The Biden administration will fully resume immigrant visa processing at the American embassy in Havana in early 2023 as part of an effort to discourage illegal immigration from Cuba, which has seen record numbers of its citizens flee to the U.S.-Mexico border over the past year, officials announced Wednesday.
When the policy change takes effect, Cubans sponsored by their U.S.-based relatives will no longer need to travel to Guyana for interviews with U.S. consular officers, one of the required steps in the immigrant visa process. Instead, all Cubans applying for visas to come to the U.S. will undergo these interviews at the embassy in Havana.
The upcoming shift will fully reverse the Trump administration’s decision in 2017 to halt visa processing in Cuba and require applicants to undergo interviews at the U.S. embassy in Guyana. The Biden administration had restarted limited visa processing in Havana earlier this year.
The State Department, which oversees consular officers, also announced the U.S. will dispatch additional immigration caseworkers to Cuba to expedite applications for the Cuban Family Reunification Parole program, which the Biden administration revived this summer after its suspension by the Trump administration.
The program, first launched in 2007, allows U.S. citizens and permanent residents who have successfully sponsored their relatives in Cuba for an immigration visa to apply for their family members to enter the U.S. before their visas become available.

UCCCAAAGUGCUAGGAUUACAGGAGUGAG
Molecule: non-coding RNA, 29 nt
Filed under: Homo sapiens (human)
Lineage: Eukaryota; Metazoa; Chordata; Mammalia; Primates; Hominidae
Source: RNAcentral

State Department officials said the changes will promote “safe and orderly” migration from Cuba.
“These efforts are a key step to meet the U.S. commitment under the U.S.-Cuba Migration Accords to ensure that total legal migration to the United States from Cuba will be a minimum of 20,000 Cubans each year, not including immediate relatives of U.S. citizens,” the department said.
Wednesday’s announcement comes as the Biden administration continues to struggle to process large numbers of Cuban migrants entering U.S. border custody. In fiscal year 2022, nearly 200,000 Cubans have been processed by U.S. border officials, a spike of more than 400% from 2021, government data show.
Like the regimes in Venezuela and Nicaragua, which have also seen record numbers of their nationals journey to the U.S. border in the past year, the Cuban government has not been accepting U.S. deportations, meaning the vast majority of Cuban migrants who enter the U.S. illegally are released to await their asylum hearings.
While the Obama administration in 2017 ended the long-standing “wet foot, dry foot” policy that virtually guaranteed Cubans U.S. entry if they set foot on American soil, a Cold War-era law still allows some Cuban migrants who are granted parole to apply for permanent residence after a year in the country.
Earlier this year, the Biden administration held talks with Cuban officials about an accord forged by the two countries in 2017 in which Cuba agreed to accept deportations from the U.S. But the government in Havana has yet to publicly commit to accepting regular U.S. deportation flights.
In addition to the record arrivals along the southern border, the number of Cuban migrants interdicted at sea on their way to the U.S. has increased sharply over the past year. The U.S. Coast Guard has interdicted 5,545 Cubans at sea in fiscal year 2022, a 562% increase from 2021, according to government figures.